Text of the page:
Well I would encourage us to rediscover our baptisms. To remember, in the words of Bishop Michael Perham, “not that I was baptised, but that I am baptised”. Those of us who are baptised, whether as tiny babies or very recently, can know that there is not a void, a chasm fixed between where holiness is and where we are. We can know that actually we are ordained by our baptism, and I really mean that. Think about what happens when someone is ordained as a priest or a deacon or a bishop. There is prayer, there is a liturgical gesture, there is symbol, and there is the outpouring of the Holy Spirit. All of that is there in baptism. Every one of you who has been baptised has received the most important ordination that anyone ever does. Whether or not, after that, you become a deacon or priest or bishop is secondary, and far less important. It is in water, and in the descending of the Holy Spirit like a dove, trailing its invisible elastic band, that love letter from God which will be absolutely faithful for the whole of our lives, that we are gifted with everything that we need in order to navigate life. Because we are gifted with relationship.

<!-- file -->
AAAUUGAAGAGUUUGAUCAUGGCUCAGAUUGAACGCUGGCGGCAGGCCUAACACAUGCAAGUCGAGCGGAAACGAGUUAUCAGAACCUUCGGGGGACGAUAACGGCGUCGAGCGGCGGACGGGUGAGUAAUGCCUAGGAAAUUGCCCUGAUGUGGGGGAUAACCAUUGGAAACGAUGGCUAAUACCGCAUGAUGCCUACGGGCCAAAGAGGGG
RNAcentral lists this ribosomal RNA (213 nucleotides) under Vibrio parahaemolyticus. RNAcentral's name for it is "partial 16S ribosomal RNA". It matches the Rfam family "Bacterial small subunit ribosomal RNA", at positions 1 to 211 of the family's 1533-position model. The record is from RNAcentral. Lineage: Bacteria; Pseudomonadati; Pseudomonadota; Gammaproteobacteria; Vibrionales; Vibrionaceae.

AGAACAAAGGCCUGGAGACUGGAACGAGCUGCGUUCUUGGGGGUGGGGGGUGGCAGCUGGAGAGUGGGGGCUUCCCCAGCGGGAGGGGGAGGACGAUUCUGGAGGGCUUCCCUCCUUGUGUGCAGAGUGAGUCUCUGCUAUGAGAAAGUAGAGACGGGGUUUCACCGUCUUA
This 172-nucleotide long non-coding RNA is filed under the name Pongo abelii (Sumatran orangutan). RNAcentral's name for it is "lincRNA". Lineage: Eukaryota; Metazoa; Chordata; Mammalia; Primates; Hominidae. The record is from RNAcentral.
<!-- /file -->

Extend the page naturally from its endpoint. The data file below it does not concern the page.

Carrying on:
Of course that doesn’t mean that you can go home at lunchtime and think, ‘well because I’m baptised I can fix Syria’. Or ‘because I was christened I can resolve the crippling poverty into which so many of the elderly and disabled in our country are descending’.


But it does mean that the story which we are now going to retell as a church through the rest of this year, the story of a baby who becomes a boy who becomes a man who challenges injustice, who is not afraid to speak truth to power, who is more interested in the marginalised and weak than the mighty, a man who will defeat even sin and death itself, and would do so not by strength but by love - this man’s story is your story. This man’s love is love which pours from his heart into yours. If you were christened, baptised, you have been ordained, anointed and chosen to join in his struggle for the lowly and the sorrowful, for the persecuted and the downtrodden. And if you are here this morning and have not been baptised yet, well we’ve got a pretty big font and God will supply the elastic band.